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The Eye

The Eye is a Hong Kong horror movie directed by Oxide and Danny Pang. Angelica Lee plays Mun, a blind woman who receives a corneal transplant that restores most of her sight. As she recovers and her vision slowly returns, Mun begins to have strange and otherworldly visions. The majority of these are of dark shadowy figures lurking in the background. Mun then realizes she has to figure out where her new eyes came from and why they are causing her to see such things. 

As a movie about a blind woman, the visuals are more important than in other movies. Mun's blurred vision, as she slowly regains her sight, gives the impression that her once quiet, peaceful existence is being invaded by the bright foreign presence which is the seeing world. Also, since she has not been able to see in years, she is not sure whether or not the strange, shadowy figures belong there. The cinematographer, Decha Srimantra, used sharp contrasts between dark and light along with varying degrees of focus to reinforce the invasive nature of Mun's operation.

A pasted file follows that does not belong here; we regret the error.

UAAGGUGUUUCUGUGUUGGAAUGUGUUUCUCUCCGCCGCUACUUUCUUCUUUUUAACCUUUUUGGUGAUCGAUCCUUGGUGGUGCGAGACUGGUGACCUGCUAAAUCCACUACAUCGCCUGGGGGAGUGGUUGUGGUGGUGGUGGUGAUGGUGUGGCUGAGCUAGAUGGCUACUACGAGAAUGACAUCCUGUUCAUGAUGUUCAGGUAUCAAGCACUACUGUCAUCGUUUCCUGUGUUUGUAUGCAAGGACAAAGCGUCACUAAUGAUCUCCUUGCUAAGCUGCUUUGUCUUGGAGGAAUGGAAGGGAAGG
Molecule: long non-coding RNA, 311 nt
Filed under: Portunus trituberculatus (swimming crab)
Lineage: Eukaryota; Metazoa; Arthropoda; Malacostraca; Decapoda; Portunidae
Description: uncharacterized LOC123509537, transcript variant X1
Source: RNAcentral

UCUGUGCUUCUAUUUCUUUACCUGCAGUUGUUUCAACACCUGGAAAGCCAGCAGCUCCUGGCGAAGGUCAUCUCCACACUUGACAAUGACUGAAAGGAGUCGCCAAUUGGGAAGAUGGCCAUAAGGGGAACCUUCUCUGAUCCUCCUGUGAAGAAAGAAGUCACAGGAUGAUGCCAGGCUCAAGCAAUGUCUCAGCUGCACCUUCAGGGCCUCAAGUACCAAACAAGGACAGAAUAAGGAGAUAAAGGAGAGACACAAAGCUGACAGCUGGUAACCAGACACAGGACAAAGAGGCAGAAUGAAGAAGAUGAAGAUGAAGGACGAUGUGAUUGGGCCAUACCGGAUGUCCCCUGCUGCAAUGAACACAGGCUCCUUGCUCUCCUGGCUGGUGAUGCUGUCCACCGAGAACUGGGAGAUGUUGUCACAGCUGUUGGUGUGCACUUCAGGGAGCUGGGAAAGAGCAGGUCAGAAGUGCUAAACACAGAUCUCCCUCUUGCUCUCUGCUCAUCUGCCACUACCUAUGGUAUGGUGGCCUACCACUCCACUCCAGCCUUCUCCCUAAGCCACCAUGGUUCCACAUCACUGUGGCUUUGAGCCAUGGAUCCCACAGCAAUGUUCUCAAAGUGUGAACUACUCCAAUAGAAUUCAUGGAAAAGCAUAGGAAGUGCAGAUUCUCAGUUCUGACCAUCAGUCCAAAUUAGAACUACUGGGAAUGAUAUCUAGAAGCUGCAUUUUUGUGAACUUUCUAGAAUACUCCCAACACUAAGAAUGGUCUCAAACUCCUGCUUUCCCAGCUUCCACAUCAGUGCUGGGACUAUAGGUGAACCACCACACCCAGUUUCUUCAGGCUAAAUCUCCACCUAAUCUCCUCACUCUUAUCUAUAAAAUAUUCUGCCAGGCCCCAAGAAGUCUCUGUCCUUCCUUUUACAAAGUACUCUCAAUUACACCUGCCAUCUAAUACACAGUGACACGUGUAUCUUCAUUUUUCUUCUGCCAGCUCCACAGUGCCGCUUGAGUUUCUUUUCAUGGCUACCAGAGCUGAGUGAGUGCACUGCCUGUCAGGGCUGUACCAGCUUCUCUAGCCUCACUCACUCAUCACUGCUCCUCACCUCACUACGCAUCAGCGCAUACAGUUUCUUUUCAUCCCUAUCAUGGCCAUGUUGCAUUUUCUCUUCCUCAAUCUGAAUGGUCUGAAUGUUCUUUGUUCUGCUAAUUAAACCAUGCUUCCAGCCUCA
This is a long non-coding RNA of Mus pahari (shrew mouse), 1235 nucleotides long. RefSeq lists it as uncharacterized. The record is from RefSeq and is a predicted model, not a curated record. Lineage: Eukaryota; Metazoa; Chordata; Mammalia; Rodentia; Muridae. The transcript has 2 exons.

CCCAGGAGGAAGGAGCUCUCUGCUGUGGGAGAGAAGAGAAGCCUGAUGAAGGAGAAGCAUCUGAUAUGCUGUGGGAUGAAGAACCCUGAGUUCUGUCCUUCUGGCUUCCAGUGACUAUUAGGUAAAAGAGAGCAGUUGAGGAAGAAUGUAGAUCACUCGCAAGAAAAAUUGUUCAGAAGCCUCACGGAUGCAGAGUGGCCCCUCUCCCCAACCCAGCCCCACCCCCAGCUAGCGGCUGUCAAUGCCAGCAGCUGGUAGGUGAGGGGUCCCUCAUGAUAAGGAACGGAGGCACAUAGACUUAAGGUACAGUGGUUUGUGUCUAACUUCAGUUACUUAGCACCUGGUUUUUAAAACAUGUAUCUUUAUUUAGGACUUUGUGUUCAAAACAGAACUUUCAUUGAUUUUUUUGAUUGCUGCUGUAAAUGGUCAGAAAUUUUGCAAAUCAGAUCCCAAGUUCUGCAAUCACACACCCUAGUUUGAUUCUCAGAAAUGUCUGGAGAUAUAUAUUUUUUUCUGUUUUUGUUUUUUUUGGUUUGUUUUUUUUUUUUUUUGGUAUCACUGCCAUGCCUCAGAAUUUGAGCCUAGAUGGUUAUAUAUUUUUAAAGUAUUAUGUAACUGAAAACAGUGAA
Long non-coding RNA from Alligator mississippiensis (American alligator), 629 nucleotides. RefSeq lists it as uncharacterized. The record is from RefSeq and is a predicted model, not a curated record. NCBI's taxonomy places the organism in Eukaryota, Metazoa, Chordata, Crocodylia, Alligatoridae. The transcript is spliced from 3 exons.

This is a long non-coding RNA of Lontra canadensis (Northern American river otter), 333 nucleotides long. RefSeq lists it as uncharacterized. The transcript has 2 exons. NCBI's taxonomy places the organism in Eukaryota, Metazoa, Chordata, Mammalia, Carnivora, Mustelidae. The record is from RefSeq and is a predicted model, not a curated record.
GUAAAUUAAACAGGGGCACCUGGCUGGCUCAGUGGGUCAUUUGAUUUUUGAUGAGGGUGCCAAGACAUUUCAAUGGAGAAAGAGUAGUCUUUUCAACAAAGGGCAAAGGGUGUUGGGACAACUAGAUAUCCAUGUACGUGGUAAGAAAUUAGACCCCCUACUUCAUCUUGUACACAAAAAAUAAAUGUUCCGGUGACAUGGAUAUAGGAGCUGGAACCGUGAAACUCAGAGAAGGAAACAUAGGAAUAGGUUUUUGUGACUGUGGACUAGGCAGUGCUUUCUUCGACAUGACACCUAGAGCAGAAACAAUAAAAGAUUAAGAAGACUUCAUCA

Mun's role as a violinist in an orchestra for the blind focuses a great deal of attention on the score. The violin music is sharp and startling. The unnerving score is essential in the scene in which Mun's fears and frustrations temporarily get the best of her. This score along with the creepy sound effects add an element of eeriness to the film. 

The Eye is one of the few movies to scare and startle me on the first viewing. The horror elements are reminiscent of M. Night Shyamalan's The Sixth Sense and Mark Pellington's The Mothman Prophecies. There are a few good scares in the film, but the majority of the movie's success is due to the unsettling atmosphere maintained throughout the picture. The Eye is not only an excellent example of Hong Kong movie creepiness; it is also an excellent starting point for anyone interested in Asian Horror.